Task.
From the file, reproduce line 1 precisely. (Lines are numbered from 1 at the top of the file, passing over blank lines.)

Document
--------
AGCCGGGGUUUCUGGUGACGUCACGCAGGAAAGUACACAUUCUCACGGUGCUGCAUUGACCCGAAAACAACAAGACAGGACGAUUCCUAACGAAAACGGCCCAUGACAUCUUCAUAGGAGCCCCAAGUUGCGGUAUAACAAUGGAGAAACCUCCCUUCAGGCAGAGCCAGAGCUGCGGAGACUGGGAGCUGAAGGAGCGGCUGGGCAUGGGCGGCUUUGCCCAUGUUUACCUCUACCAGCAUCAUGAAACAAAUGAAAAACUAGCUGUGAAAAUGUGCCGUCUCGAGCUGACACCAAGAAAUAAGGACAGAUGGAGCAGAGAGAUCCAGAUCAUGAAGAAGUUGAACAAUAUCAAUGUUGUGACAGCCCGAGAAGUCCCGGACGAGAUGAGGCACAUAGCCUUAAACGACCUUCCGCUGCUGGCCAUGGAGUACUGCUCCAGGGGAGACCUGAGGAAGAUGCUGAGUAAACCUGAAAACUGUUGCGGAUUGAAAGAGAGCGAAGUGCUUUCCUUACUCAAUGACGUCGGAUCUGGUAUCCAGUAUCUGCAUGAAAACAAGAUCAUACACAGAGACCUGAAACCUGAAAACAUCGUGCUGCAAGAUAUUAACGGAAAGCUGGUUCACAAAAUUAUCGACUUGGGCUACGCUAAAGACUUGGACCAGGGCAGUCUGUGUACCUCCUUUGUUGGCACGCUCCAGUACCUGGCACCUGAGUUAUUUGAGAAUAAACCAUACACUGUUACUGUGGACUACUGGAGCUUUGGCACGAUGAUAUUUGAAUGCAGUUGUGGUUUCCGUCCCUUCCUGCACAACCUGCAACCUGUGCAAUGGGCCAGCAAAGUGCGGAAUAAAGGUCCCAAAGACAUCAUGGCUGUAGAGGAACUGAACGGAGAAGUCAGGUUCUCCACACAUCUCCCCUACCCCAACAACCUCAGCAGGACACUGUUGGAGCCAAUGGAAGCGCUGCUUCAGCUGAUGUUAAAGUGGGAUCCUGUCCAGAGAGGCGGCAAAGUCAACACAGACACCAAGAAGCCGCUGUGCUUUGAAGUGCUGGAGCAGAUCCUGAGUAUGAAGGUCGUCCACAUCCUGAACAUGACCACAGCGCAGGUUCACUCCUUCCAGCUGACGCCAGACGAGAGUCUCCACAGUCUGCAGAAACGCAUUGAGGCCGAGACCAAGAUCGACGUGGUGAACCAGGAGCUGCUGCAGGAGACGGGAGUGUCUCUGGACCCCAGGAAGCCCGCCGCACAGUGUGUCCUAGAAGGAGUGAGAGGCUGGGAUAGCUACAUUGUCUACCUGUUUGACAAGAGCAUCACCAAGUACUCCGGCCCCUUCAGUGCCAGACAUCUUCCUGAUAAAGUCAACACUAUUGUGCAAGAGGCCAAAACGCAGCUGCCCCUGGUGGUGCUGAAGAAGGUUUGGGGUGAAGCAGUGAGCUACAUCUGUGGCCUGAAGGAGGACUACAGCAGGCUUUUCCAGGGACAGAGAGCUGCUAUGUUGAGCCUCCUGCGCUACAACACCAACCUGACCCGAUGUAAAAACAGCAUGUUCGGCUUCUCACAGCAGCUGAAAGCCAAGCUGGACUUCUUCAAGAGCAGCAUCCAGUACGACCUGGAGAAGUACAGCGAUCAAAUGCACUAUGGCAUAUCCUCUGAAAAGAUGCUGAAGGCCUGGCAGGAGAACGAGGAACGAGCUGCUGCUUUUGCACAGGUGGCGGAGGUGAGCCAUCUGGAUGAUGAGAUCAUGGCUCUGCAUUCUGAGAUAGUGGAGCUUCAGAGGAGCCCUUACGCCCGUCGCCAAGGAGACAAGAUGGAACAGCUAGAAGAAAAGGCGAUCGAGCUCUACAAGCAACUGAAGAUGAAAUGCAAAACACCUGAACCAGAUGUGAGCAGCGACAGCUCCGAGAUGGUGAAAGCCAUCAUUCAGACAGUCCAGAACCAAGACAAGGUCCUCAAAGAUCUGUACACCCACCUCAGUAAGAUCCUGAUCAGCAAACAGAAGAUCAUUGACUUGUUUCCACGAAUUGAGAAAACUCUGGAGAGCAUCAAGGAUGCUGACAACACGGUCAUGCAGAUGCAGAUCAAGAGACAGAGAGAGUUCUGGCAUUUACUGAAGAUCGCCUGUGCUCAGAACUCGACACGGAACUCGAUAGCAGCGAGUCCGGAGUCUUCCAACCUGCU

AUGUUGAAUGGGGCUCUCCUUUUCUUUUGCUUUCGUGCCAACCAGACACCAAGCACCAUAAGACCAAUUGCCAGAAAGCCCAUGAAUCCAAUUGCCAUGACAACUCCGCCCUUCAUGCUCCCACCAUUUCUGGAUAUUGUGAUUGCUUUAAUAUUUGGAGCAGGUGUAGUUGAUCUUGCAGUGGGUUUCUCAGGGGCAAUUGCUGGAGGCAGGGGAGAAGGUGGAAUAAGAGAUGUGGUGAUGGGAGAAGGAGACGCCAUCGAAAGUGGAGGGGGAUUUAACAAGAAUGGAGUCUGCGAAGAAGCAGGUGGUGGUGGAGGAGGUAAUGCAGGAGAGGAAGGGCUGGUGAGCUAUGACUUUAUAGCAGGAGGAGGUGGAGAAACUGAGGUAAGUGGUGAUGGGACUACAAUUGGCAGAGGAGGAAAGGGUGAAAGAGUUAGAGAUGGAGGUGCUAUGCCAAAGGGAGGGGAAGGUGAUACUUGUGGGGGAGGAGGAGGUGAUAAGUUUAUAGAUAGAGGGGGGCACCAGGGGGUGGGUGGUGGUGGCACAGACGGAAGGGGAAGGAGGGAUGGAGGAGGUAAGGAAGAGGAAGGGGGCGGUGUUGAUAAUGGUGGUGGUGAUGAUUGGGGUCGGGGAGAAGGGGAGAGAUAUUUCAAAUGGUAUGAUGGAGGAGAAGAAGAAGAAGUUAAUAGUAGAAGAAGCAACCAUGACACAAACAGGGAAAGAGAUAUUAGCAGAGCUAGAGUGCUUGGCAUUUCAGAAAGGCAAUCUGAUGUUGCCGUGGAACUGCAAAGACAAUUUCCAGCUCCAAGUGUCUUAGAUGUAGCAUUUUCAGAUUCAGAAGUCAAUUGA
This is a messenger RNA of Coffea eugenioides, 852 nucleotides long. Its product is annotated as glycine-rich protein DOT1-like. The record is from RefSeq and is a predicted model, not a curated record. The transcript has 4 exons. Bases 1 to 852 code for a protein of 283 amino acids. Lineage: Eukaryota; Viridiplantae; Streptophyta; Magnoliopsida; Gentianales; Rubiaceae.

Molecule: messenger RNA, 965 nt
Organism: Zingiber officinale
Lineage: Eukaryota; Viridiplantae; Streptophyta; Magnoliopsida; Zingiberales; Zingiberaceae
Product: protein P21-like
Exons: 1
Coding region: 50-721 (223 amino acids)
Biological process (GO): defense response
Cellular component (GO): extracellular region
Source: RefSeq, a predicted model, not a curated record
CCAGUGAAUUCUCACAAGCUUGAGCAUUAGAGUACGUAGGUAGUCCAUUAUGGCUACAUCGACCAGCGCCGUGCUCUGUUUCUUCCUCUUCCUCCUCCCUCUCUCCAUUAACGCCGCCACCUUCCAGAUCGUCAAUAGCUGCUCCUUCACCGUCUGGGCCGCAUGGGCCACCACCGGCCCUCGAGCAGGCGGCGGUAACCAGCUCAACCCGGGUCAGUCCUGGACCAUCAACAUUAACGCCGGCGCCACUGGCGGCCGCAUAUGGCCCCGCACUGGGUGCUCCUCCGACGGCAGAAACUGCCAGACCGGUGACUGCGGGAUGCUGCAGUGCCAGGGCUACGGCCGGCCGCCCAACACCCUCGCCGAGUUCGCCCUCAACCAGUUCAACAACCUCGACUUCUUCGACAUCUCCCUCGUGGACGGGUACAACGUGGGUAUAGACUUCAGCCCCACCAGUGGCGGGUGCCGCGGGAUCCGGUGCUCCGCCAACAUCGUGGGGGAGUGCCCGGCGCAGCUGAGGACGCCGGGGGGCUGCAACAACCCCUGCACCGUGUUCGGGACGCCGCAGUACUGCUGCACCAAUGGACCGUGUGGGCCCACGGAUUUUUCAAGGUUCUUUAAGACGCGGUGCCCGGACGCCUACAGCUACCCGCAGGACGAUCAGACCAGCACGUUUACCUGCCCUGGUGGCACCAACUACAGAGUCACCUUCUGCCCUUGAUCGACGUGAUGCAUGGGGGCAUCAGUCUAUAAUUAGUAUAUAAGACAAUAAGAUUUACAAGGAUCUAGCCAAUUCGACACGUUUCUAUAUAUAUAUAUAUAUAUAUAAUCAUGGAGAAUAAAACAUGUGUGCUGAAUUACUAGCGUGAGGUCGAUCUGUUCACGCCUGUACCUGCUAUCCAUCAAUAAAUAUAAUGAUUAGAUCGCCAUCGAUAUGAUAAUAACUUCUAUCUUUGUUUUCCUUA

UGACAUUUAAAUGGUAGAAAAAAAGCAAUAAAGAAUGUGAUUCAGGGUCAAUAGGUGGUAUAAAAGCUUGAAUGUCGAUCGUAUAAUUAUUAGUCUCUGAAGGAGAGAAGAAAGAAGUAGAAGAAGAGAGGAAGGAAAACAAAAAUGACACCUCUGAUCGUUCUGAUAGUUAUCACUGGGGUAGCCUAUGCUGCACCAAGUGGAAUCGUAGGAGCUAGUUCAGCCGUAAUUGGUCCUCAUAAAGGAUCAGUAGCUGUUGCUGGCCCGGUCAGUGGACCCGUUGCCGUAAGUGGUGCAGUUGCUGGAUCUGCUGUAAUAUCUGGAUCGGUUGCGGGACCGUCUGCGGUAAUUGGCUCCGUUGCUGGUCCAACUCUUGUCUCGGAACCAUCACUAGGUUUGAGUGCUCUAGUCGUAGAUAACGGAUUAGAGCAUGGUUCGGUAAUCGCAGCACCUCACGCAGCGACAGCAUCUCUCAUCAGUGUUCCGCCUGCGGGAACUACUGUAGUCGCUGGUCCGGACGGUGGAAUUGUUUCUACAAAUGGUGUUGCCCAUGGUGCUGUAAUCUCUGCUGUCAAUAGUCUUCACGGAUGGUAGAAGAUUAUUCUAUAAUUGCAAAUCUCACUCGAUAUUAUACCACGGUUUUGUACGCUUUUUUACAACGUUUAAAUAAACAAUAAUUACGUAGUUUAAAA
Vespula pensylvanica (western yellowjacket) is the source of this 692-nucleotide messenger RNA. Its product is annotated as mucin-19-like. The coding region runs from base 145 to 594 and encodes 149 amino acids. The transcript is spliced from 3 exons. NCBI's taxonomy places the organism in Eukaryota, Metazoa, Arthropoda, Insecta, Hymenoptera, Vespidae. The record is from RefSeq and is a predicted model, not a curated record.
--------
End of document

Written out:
AGCCGGGGUUUCUGGUGACGUCACGCAGGAAAGUACACAUUCUCACGGUGCUGCAUUGACCCGAAAACAACAAGACAGGACGAUUCCUAACGAAAACGGCCCAUGACAUCUUCAUAGGAGCCCCAAGUUGCGGUAUAACAAUGGAGAAACCUCCCUUCAGGCAGAGCCAGAGCUGCGGAGACUGGGAGCUGAAGGAGCGGCUGGGCAUGGGCGGCUUUGCCCAUGUUUACCUCUACCAGCAUCAUGAAACAAAUGAAAAACUAGCUGUGAAAAUGUGCCGUCUCGAGCUGACACCAAGAAAUAAGGACAGAUGGAGCAGAGAGAUCCAGAUCAUGAAGAAGUUGAACAAUAUCAAUGUUGUGACAGCCCGAGAAGUCCCGGACGAGAUGAGGCACAUAGCCUUAAACGACCUUCCGCUGCUGGCCAUGGAGUACUGCUCCAGGGGAGACCUGAGGAAGAUGCUGAGUAAACCUGAAAACUGUUGCGGAUUGAAAGAGAGCGAAGUGCUUUCCUUACUCAAUGACGUCGGAUCUGGUAUCCAGUAUCUGCAUGAAAACAAGAUCAUACACAGAGACCUGAAACCUGAAAACAUCGUGCUGCAAGAUAUUAACGGAAAGCUGGUUCACAAAAUUAUCGACUUGGGCUACGCUAAAGACUUGGACCAGGGCAGUCUGUGUACCUCCUUUGUUGGCACGCUCCAGUACCUGGCACCUGAGUUAUUUGAGAAUAAACCAUACACUGUUACUGUGGACUACUGGAGCUUUGGCACGAUGAUAUUUGAAUGCAGUUGUGGUUUCCGUCCCUUCCUGCACAACCUGCAACCUGUGCAAUGGGCCAGCAAAGUGCGGAAUAAAGGUCCCAAAGACAUCAUGGCUGUAGAGGAACUGAACGGAGAAGUCAGGUUCUCCACACAUCUCCCCUACCCCAACAACCUCAGCAGGACACUGUUGGAGCCAAUGGAAGCGCUGCUUCAGCUGAUGUUAAAGUGGGAUCCUGUCCAGAGAGGCGGCAAAGUCAACACAGACACCAAGAAGCCGCUGUGCUUUGAAGUGCUGGAGCAGAUCCUGAGUAUGAAGGUCGUCCACAUCCUGAACAUGACCACAGCGCAGGUUCACUCCUUCCAGCUGACGCCAGACGAGAGUCUCCACAGUCUGCAGAAACGCAUUGAGGCCGAGACCAAGAUCGACGUGGUGAACCAGGAGCUGCUGCAGGAGACGGGAGUGUCUCUGGACCCCAGGAAGCCCGCCGCACAGUGUGUCCUAGAAGGAGUGAGAGGCUGGGAUAGCUACAUUGUCUACCUGUUUGACAAGAGCAUCACCAAGUACUCCGGCCCCUUCAGUGCCAGACAUCUUCCUGAUAAAGUCAACACUAUUGUGCAAGAGGCCAAAACGCAGCUGCCCCUGGUGGUGCUGAAGAAGGUUUGGGGUGAAGCAGUGAGCUACAUCUGUGGCCUGAAGGAGGACUACAGCAGGCUUUUCCAGGGACAGAGAGCUGCUAUGUUGAGCCUCCUGCGCUACAACACCAACCUGACCCGAUGUAAAAACAGCAUGUUCGGCUUCUCACAGCAGCUGAAAGCCAAGCUGGACUUCUUCAAGAGCAGCAUCCAGUACGACCUGGAGAAGUACAGCGAUCAAAUGCACUAUGGCAUAUCCUCUGAAAAGAUGCUGAAGGCCUGGCAGGAGAACGAGGAACGAGCUGCUGCUUUUGCACAGGUGGCGGAGGUGAGCCAUCUGGAUGAUGAGAUCAUGGCUCUGCAUUCUGAGAUAGUGGAGCUUCAGAGGAGCCCUUACGCCCGUCGCCAAGGAGACAAGAUGGAACAGCUAGAAGAAAAGGCGAUCGAGCUCUACAAGCAACUGAAGAUGAAAUGCAAAACACCUGAACCAGAUGUGAGCAGCGACAGCUCCGAGAUGGUGAAAGCCAUCAUUCAGACAGUCCAGAACCAAGACAAGGUCCUCAAAGAUCUGUACACCCACCUCAGUAAGAUCCUGAUCAGCAAACAGAAGAUCAUUGACUUGUUUCCACGAAUUGAGAAAACUCUGGAGAGCAUCAAGGAUGCUGACAACACGGUCAUGCAGAUGCAGAUCAAGAGACAGAGAGAGUUCUGGCAUUUACUGAAGAUCGCCUGUGCUCAGAACUCGACACGGAACUCGAUAGCAGCGAGUCCGGAGUCUUCCAACCUGCU